Yaacov was eulogized and mourned at the Silo of Thorns. Then, on the seventieth day after his passing, 25 Kislev, Yaacov was laid to rest in the cave of Machpelah. His sons spent the ensuing week sitting shiva. Their week of Shiva is known to their Children as the most festive Holiday of Chanukah. A week during which we may not eulogize.

November 23-24 Parsha Vayishlach

The 17th of Kislev 3412 (350 BCE) dawned cold and wet in Jerusalem. Only those who have experienced a Jerusalem winter can understand what that really means. The inhabitants of the city were shivering, but not just from the weather. The previous day, the venerated elder, Ezra the Scribe, last of the prophets of Israel, had been apprised of a dire situation. Ezra was told that many among the returnees from Babylon had married non-Jewish women, even in the families of the Kohanim. Early the next morning, Ezra entered the plaza in front of the newly reestablished Bais Hamikdash. Ezra fell to his knees and prayed to Hashem to save the people from the grievous sin they had committed. We pick up the story in Ezra Chapter 10:

1While Ezra was praying and confessing, weeping and throwing himself down before the house of God, a large crowd of Israelites—men, women, and children—gathered around him. They too wept bitterly. 2 Then Shekaniah son of Jehiel, one of the descendants of Elam, said to Ezra, “We have been unfaithful to our God by marrying foreign women from the peoples around us. But in spite of this, there is still hope
for Israel. 3 Now let us make a covenant before our God to send away all these women and their children, in accordance with the counsel of my lord and of those who fear the commands of our God. Let it be done according to the Law. 4 Rise up; this matter is in your hands. We will support you, so take courage and do it.”

5 So Ezra rose up and put the leading priests and Levites and all Israel under oath to do what had been suggested. And they took the oath. 6 Then Ezra withdrew from before the house of God and went to the room of Jehohanan son of Eliashib. While he was there, he ate no food and drank no water, because he continued to mourn over the unfaithfulness of the exiles. 7 A proclamation was then issued throughout Judah and Jerusalem for all the exiles to assemble in Jerusalem. 8 Anyone who failed to appear within three days would forfeit all his property, in accordance with the decision of the officials and elders, and would himself be expelled from the assembly of the exiles.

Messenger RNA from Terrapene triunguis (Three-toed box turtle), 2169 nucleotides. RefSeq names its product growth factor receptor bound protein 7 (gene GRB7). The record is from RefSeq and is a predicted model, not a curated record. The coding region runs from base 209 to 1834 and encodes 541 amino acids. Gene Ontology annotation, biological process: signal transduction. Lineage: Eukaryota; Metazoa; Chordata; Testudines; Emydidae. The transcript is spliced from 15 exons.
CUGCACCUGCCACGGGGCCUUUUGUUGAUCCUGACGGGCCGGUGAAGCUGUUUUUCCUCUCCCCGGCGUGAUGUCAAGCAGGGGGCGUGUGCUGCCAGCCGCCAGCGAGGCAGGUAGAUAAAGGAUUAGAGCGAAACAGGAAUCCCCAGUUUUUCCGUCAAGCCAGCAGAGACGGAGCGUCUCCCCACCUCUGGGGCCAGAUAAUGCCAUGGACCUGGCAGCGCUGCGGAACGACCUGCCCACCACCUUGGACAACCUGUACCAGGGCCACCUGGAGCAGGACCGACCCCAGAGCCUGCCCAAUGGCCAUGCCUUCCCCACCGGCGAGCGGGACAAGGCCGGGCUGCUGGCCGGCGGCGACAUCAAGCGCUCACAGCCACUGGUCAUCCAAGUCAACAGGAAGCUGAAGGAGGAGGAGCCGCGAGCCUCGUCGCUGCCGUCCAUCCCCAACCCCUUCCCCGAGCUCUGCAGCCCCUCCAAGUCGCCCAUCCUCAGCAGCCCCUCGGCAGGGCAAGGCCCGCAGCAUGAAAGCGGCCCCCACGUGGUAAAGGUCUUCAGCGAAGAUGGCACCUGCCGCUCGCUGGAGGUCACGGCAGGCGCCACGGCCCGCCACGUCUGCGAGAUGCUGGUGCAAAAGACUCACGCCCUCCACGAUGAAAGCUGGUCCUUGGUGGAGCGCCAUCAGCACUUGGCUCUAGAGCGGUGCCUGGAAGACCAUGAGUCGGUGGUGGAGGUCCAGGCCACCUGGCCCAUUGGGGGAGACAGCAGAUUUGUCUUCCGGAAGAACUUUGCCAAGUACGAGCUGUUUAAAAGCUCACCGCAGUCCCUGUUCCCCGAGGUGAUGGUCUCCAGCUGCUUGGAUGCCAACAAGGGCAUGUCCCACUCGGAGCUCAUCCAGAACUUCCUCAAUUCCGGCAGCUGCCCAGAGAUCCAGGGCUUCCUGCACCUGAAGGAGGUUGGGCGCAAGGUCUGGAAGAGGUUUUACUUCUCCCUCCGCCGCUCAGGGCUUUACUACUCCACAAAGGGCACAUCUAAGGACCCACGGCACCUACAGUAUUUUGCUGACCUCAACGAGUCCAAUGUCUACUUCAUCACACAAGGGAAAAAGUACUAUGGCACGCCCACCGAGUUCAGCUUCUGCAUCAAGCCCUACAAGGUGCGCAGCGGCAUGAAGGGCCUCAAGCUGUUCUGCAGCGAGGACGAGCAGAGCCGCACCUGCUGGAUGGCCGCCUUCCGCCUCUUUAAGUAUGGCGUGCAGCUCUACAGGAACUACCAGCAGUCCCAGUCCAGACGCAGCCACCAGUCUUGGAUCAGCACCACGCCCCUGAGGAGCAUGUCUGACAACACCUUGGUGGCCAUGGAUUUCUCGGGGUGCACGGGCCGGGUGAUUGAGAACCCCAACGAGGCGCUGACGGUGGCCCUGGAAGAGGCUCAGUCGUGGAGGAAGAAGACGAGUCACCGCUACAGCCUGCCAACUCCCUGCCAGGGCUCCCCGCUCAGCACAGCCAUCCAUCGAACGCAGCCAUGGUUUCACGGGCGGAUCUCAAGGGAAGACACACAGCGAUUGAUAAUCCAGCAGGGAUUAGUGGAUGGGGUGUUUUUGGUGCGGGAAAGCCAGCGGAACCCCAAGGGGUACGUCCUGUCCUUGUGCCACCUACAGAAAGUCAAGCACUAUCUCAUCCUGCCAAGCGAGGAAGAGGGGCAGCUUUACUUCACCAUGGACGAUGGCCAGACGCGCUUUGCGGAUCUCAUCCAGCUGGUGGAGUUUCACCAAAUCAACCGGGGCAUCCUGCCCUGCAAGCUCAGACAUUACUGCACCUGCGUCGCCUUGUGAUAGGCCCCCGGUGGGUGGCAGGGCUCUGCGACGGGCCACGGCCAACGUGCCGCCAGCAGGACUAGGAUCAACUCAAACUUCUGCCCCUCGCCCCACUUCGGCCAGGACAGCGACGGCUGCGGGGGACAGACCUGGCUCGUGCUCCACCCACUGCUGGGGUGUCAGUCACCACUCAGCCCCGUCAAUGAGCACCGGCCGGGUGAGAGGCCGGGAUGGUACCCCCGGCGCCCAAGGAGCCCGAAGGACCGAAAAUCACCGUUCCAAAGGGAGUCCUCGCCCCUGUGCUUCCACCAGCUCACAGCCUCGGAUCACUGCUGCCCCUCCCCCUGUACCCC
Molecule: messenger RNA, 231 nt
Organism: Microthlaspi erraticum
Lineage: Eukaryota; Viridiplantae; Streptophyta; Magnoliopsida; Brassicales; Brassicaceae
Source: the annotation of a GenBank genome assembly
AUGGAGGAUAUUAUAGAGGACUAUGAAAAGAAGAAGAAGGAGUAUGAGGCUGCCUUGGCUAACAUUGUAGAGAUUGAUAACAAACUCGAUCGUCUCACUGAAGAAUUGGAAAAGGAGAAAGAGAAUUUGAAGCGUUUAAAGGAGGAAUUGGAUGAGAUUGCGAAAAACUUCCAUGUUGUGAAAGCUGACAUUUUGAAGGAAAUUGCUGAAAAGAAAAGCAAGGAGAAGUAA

9 Within the three days, all the men of Judah and Benjamin had gathered in Jerusalem. And on the twentieth day of the ninth month (Kislev), all the people were sitting in the square before the house of God, greatly distressed by the occasion and because of the rain. 10 Then Ezra the priest stood up and said to them, “You have been unfaithful; you have married foreign women, adding to Israel’s guilt. 11 Now honor the Lord, the God of your ancestors, and do his will. Separate yourselves from the peoples around you and from your foreign wives.” 12 The whole assembly responded with a loud voice: “You are right! We must do as you say”.

Ezra understood that the new commonwealth of Israel would not survive or flourish under the destructive influence of intermarriage. With the support of the lay leadership Ezra was able to take bold action to ensure Jewish survival. The message Ezra sent on those cold and rainy days of 17 -20 Kislev over 2,300 years ago speaks loudly until this very day.

November 16-17 Parsha Vayetzei

13 Kislev. The date of the completion of the Babylonian Talmud.

Rabbi Judah HaNassi completed the Mishna in 189 CE. As soon as the Mishna was completed, yeshivos in Israel and Babylon began discussing and clarifying it. The sages who participated in these discussions are known as Amoraim; their discussions are the Gemara. The discussions of
the Amoraim in the land of Israel from around 200-350 CE form the Jerusalem Talmud. After 350 CE, Christian persecution made life untenable in Israel and the yeshivos closed. Many of the scholars fled to Babylon. Bolstered by the arrival of sages from Israel the Babylonian yeshivos continued a robust analysis of the Mishna.